6 Ways to Optimize Your Facility’s Energy Consumption

Energy costs typically account for 30 percent of a facility’s operating budget. That means nearly a third of all the money you funnel into your plant goes straight to the utility bill.

We already know about the popularity of green building and sustainable practices, but is it possible to go too green? In short, yes. You don’t want to go so overboard with efficiencies that you’re overspending on unnecessary improvements.

So how do you achieve eco-friendly harmony? Let’s look at six factors that you should assess for possible tune-ups.

1. Utilize your utility bills

Analyzing your utility usage year round can give you a comprehensive understanding of how your plant is using energy and water. The most efficient way to evaluate your efficiencies (or lack thereof) is to examine your bills over a 12-month period, so you can identify trends and follow your plant’s operations through all four seasons.

Ask questions like:

  • Are there energy spikes in some months versus others?
  • Are there differences in operations during these times?
  • Are there system inefficiencies?
  • How is the plant being operated during these months?

Use this information to establish a baseline for your energy goals this year.

2. Assess the facility’s thermal envelope

Your building’s thermal envelope is essentially the outer shell that separates the conditioned interior of the building from the outside environment — everything from doors and windows to the ceiling and insulated wall panels. Weaknesses in the thermal envelope are one of the most common causes of energy inefficiencies.

Just as a tiny leak can sink a big ship, something as seemingly small as an improperly designed door opening can erase a significant portion of energy and utility efficiencies. But an airtight envelope isn’t just important to reduce energy costs — it keeps out pollutants and helps prevent cross-contamination.

There are several factors to consider when evaluating your plant’s thermal envelope, including:

  • Air or vapor leaks
  • Frosting issues
  • Ceiling and wall insulation

Keep in mind, facilities gain the most heat through their walls and ceilings, so the quality of your insulation and the materials that make up the building’s envelope impact how well your mechanical systems work, as well as your refrigeration and electrical efficiency.

3. Identify ways to conserve water

Between processing and sanitation, food plants use a lot of water. Especially with the rising cost of water and sewer fees, conserving water is more important than ever.

Obviously, small flaws like leaking water hoses or leaking pipes are quick fixes that can go a long way. However, adjusting your processing can often yield some of the greatest results.

Most water loss occurs during the sanitation process. Examine your cleaning practices and look for optimization opportunities such as reuse systems that treat water from waste streams and reuse it for non-potable applications in the plant. These modifications and flow restrictions can greatly reduce the amount of water used and lost during washdowns.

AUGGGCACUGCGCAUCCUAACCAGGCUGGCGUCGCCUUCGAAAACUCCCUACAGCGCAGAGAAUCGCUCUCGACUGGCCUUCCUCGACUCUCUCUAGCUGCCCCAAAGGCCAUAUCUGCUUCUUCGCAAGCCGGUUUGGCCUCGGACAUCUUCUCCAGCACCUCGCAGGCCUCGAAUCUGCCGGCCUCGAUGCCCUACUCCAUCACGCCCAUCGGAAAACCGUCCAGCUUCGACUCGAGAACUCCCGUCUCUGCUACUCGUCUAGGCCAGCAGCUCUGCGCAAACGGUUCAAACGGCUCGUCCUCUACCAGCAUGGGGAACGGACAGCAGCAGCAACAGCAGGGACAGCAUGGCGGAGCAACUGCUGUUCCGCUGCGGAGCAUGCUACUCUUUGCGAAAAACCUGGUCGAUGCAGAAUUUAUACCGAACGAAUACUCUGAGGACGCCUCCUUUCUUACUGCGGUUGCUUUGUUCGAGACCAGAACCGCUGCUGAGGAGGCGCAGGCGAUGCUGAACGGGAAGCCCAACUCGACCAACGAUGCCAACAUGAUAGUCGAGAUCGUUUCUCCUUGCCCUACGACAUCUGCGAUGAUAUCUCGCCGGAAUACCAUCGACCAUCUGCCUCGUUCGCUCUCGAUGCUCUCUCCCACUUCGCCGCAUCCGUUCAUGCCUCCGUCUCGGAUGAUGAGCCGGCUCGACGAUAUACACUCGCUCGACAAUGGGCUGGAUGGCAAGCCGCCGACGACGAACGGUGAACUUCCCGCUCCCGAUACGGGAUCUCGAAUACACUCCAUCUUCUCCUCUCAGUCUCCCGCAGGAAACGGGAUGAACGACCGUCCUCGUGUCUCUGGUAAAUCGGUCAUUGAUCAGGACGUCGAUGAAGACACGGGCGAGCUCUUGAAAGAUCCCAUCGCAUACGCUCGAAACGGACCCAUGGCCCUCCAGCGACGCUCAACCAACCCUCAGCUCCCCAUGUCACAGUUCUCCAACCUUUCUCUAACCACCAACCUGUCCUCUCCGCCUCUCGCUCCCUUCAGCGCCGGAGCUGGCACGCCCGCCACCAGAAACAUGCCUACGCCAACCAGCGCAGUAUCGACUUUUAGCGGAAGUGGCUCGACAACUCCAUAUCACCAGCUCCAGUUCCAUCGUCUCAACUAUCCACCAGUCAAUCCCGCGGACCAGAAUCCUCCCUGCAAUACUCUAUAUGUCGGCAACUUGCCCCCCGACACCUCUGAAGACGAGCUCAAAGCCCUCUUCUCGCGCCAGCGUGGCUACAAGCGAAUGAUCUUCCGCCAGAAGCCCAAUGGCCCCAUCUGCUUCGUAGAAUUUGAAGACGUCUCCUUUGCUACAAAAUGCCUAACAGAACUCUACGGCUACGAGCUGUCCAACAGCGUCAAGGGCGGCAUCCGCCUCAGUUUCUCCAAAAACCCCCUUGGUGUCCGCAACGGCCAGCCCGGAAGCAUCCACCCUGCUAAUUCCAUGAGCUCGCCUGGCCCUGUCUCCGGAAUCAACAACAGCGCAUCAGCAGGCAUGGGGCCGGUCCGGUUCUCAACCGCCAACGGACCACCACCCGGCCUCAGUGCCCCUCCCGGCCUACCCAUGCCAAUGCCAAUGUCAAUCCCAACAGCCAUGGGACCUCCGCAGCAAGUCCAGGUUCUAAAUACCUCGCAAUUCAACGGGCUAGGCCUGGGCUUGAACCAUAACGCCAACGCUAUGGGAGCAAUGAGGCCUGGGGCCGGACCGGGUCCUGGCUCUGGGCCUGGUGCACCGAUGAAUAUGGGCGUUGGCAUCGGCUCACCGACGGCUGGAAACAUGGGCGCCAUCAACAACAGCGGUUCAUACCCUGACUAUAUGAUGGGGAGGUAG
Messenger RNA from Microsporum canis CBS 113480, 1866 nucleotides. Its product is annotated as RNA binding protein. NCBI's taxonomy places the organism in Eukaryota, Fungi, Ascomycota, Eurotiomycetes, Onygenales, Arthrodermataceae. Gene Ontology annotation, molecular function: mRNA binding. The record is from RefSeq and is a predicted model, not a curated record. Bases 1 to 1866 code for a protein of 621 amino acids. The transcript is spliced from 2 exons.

4. Save electricity through strategic placements

Consider the location of your equipment. Where your equipment is placed can greatly affect its lifespan. For example, locating electrical equipment either in production spaces or adjacent areas with little protection typically results in failure at one point or another. Where is your equipment located in wet-type process areas with heavy washdown requirements? What about dry, dusty areas of your plant? Failing to maintain all your equipment could cost you if a process line — or your entire plant — has to shut down for a period of time.

5. Optimize your lighting

Lighting can sometimes be taken for granted. We turn them on and off every day, but when was the last time you took a light reading of your entire plant?

When looking for optimizations, be mindful that certain fixtures are a better fit for certain areas of your facility. For example, LED is ideal for warehouses and processing areas, while cheaper fluorescent is best for employee areas and packaging. Consider the age of your lighting system, placement, controls and light levels.

You can’t forsake safety in the name of energy efficiency, though. The Occupational Safety and Health Administration (OSHA) has a minimum requirement on lighting. If you want to save on electricity, you still must ensure your lighting levels comply.

6. Don’t overwork your refrigeration

Did you know: Industrial refrigeration systems can account for up to 60 percent of a manufacturing facility’s total energy expense. Are your refrigeration systems unnecessarily running at full capacity? All aspects of refrigeration equipment can affect a refrigeration system, including:

  • Proper equipment selection
  • Proper system setup
  • Maintenance
  • Strategic application of VFDs
  • Correct control system programming

You can reduce the temperature in your refrigeration room — and thus, reap energy savings — by improving lights and engines, installing proper doors and facilitating minimal foot traffic. Don’t forget to inspect the air handling units on your roof. It’s expensive to cool, filter and dehumidify outside air, so don’t overwork your systems.

Evaluating all of these facets across your facility can be overwhelming, and an outside perspective can help. A comprehensive facility assessment can help you walk through each step to discover optimizations that save you money, mitigate risks, improve ROI and build your business.

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